It was the only in an online game that I felt I'd had a reason to form an alliance with an enemy. That warrior and I probably killed each other hundreds of times after that in the battlegrounds without even noticing, but that temporary alliance was a great experience that shook up my expectations and made me feel as though I was part of a real world for a little while. I'm sure this sort of thing must've happened in multi-faction PvP games such as DAoC and Shadowbane, but I never played either of those very seriously.

Surprising doesn't have to mean punishing

There are actually lots more examples of this kind of thing in WoW, which is surprising because it's known for being so accessible. Being surprised in an online game doesn't necessarily imply having all your possessions stolen or your corpse camped for hours at a time. Sometimes it means players or a giant monster invading your city, or a bunch of level 1 players ganging up on a level 25. If you ask players if they want to be surprised, they (and I) will almost always say no, but the truth is we like the way it feels from time to time.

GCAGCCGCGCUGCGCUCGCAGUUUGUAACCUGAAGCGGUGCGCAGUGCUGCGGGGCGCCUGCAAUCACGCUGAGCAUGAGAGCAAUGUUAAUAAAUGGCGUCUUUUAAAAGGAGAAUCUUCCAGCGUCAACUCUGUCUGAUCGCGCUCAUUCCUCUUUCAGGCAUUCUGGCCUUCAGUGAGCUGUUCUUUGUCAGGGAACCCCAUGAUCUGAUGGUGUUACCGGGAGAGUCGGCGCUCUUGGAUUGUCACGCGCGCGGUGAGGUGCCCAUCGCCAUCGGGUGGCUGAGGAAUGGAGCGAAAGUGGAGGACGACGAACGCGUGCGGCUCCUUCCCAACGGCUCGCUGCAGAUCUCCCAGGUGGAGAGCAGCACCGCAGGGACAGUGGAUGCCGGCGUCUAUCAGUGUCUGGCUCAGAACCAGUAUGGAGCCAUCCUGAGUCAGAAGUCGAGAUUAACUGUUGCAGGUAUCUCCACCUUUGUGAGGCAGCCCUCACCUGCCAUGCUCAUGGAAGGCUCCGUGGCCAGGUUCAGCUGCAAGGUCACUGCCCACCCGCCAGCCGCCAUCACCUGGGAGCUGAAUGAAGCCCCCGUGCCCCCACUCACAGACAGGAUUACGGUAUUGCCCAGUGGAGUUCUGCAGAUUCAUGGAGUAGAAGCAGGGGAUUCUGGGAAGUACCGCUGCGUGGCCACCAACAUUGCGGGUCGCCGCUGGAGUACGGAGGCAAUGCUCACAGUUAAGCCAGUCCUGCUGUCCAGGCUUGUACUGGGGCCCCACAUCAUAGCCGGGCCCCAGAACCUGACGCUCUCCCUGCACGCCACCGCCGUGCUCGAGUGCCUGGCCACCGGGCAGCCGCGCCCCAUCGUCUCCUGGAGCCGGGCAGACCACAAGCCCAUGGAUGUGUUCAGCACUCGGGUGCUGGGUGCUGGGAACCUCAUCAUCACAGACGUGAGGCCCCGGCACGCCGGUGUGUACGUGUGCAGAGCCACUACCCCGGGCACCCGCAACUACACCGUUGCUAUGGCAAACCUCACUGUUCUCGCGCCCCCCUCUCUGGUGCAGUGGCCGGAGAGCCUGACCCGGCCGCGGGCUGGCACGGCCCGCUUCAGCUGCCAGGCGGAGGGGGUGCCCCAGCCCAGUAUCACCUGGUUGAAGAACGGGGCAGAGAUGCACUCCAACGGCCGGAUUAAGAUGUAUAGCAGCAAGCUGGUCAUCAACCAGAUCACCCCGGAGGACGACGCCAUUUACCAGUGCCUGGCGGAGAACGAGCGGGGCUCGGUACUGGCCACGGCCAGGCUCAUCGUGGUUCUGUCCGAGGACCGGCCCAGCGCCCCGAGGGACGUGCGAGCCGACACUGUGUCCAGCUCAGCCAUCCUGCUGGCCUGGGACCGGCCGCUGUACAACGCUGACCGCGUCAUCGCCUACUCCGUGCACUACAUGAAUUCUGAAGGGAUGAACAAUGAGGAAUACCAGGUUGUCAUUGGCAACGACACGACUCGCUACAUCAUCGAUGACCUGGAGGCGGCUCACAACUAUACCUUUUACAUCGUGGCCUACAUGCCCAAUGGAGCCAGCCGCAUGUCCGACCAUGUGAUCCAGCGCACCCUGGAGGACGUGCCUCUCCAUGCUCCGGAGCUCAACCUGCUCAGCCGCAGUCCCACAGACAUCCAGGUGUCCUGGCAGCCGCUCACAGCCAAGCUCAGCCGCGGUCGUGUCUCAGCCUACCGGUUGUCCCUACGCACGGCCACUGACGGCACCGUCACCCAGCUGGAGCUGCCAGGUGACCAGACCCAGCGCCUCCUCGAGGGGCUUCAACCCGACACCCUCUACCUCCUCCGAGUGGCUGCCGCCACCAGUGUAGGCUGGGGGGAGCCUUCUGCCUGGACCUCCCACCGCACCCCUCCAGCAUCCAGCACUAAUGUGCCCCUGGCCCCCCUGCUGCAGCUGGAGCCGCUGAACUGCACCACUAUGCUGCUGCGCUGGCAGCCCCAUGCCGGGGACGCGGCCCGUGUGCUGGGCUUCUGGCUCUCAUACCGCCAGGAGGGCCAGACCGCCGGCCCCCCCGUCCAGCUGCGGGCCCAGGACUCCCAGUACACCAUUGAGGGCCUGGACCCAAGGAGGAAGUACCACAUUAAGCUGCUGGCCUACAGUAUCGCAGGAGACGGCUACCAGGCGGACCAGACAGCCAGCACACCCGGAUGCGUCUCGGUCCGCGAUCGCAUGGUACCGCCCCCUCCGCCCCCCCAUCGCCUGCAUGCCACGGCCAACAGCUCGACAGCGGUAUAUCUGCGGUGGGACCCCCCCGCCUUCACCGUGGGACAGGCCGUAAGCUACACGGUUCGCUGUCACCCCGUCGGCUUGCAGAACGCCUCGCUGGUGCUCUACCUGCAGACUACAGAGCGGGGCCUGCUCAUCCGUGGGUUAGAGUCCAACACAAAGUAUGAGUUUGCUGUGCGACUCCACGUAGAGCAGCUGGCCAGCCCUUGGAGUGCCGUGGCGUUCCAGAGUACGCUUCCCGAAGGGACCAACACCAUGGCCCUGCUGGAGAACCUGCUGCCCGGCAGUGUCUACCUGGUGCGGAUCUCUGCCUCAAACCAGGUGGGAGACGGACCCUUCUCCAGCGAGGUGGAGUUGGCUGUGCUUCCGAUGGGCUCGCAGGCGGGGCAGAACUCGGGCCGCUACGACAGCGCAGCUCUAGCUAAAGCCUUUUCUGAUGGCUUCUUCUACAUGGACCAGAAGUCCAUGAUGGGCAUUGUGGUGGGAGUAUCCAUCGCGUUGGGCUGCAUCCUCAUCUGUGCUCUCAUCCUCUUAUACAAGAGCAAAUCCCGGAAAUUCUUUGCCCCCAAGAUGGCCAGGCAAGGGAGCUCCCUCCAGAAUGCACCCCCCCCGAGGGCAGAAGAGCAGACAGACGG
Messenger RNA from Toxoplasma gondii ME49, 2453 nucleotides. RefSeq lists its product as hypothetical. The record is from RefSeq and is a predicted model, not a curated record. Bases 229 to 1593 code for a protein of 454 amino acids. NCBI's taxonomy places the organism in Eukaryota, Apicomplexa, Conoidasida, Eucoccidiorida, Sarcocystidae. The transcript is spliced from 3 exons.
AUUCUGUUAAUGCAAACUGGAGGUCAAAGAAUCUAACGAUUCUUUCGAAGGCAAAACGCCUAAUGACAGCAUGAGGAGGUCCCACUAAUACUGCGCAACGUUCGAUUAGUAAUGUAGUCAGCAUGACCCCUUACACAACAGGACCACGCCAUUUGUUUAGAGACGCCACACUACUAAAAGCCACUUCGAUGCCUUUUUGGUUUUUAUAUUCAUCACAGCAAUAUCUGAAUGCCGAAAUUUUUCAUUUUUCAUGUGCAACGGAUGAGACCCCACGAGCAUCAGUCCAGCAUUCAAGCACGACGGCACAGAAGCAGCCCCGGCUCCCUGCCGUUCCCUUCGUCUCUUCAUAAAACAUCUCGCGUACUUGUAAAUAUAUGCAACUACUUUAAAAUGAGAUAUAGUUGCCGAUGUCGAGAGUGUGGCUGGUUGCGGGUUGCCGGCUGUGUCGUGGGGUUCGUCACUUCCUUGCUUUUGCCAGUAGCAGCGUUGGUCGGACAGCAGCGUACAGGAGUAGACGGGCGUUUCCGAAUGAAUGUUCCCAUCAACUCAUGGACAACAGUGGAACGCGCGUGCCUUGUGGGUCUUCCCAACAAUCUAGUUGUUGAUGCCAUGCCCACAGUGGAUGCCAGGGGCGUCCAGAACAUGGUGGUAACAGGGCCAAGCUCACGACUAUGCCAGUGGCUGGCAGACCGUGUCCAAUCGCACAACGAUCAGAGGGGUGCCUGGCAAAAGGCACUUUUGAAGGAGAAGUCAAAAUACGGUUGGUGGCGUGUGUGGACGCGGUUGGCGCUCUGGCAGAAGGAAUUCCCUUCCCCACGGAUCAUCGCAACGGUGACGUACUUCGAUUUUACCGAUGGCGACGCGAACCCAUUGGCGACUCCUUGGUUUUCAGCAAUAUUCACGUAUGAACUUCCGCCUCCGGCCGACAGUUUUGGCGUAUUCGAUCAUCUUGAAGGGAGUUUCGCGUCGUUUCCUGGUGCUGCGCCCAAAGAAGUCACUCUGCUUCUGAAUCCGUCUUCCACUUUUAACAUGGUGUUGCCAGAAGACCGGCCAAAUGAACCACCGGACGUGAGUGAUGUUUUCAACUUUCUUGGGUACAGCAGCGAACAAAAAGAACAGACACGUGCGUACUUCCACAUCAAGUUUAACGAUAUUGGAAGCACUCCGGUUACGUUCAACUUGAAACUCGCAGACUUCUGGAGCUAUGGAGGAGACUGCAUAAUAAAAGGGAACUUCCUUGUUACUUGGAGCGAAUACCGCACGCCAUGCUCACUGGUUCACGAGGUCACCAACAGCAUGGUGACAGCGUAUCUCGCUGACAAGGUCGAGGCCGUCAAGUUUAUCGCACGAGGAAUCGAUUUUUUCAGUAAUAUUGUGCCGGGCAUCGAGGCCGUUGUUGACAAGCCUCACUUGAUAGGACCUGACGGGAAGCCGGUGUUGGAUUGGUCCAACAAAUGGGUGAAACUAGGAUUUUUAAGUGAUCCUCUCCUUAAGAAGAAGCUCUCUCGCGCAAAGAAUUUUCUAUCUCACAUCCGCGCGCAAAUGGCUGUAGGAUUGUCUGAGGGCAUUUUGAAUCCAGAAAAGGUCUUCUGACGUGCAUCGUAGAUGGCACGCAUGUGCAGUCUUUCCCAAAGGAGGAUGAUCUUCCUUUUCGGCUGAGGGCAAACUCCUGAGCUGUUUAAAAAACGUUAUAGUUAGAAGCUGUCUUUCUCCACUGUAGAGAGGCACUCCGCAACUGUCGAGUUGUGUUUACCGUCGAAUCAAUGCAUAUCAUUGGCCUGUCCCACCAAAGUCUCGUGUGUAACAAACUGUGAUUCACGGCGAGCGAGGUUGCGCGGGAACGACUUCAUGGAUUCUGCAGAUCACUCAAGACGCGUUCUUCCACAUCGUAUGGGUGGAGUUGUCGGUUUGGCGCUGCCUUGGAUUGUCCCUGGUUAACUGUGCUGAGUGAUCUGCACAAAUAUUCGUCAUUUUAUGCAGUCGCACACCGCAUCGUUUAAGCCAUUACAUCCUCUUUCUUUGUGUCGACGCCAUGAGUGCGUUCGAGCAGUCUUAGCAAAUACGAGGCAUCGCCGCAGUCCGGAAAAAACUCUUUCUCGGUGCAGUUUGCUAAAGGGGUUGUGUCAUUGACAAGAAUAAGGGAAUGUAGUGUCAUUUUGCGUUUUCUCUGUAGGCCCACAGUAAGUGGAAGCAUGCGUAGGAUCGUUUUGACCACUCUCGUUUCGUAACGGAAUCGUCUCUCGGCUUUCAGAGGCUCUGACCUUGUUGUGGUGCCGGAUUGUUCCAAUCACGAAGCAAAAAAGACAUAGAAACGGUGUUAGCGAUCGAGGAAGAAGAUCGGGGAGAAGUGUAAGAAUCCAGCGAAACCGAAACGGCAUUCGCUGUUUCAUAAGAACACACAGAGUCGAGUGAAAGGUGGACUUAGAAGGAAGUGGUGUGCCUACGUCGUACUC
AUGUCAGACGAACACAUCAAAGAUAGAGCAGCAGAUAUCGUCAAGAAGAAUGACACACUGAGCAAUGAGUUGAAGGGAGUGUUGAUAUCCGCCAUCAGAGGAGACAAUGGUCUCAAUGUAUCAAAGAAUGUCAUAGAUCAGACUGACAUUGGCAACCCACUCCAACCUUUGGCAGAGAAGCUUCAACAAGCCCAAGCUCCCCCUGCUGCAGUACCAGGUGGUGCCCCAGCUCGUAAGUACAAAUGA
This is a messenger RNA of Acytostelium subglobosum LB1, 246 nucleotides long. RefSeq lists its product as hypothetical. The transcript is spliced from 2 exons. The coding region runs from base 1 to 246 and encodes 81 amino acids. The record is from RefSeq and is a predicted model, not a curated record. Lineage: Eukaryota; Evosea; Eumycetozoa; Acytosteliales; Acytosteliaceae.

WoW is a game that's very good at leaving loopholes for interesting experiences while still being a "casual-friendly" game. These kinds of shenanigans don't really hurt anything, and are usually pretty easy to avoid if you're not in the mood. WoW could probably be better about making important areas like auction houses inaccessible to enemies, and the zombie event should probably have never happened on PvE servers, but PvP Servers in WoW usually manage to feel chaotic and dangerous without making player feel as though they have lost control over their playtime. This is something worth emulating.


Mike Darga said...